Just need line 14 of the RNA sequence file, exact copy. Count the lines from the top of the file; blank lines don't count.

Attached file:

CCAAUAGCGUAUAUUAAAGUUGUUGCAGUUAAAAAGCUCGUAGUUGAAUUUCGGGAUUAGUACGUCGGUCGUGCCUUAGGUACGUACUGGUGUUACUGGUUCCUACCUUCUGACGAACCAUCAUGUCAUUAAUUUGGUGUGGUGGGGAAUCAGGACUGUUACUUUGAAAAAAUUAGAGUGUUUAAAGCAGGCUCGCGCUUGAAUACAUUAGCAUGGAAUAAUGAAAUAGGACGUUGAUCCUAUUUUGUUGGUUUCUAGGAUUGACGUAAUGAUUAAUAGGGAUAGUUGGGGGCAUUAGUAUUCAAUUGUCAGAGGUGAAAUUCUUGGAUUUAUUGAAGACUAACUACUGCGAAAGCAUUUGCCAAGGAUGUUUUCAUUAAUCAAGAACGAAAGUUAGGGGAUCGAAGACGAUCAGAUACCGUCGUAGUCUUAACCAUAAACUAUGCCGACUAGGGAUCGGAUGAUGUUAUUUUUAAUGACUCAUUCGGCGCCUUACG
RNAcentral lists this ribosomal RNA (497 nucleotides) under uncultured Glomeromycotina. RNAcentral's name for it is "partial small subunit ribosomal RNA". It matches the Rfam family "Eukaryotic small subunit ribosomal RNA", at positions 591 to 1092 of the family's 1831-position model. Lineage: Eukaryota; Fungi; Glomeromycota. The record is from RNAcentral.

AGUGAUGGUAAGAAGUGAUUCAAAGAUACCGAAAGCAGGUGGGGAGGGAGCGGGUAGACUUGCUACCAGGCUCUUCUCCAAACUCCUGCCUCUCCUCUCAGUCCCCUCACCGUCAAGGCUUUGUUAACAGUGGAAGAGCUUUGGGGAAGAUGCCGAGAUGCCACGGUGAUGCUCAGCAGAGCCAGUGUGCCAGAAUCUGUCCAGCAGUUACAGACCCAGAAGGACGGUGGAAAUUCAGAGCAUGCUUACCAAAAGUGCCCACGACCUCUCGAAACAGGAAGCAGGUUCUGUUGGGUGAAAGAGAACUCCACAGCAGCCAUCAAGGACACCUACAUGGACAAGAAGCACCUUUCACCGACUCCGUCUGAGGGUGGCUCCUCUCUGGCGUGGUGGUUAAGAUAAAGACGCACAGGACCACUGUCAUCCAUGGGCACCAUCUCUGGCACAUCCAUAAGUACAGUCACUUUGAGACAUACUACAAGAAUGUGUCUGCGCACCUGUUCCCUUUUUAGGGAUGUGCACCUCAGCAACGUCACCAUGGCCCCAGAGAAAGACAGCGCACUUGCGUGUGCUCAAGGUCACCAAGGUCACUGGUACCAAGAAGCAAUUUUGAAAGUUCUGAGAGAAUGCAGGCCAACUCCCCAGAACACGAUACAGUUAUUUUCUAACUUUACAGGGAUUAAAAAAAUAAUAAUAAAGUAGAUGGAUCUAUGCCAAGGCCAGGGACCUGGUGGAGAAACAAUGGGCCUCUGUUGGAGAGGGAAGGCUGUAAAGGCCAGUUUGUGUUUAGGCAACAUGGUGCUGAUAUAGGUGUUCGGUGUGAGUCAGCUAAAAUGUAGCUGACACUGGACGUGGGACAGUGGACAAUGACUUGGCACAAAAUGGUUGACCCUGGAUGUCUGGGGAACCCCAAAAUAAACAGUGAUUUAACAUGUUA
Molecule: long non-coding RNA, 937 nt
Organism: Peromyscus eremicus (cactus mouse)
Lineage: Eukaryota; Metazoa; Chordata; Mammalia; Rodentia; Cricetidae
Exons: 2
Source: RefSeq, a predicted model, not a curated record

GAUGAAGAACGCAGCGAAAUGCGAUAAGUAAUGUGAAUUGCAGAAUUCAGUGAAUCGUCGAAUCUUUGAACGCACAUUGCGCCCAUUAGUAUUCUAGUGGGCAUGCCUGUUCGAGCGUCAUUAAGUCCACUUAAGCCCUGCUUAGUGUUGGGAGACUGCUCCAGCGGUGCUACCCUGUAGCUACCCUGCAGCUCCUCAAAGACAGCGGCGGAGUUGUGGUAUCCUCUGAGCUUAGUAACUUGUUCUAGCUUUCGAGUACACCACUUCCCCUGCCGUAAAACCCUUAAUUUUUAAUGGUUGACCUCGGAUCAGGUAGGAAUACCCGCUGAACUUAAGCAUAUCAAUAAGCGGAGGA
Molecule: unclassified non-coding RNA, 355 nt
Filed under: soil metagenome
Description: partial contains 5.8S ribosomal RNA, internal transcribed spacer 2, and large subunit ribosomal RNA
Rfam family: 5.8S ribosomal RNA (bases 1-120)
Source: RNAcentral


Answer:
Source: RNAcentral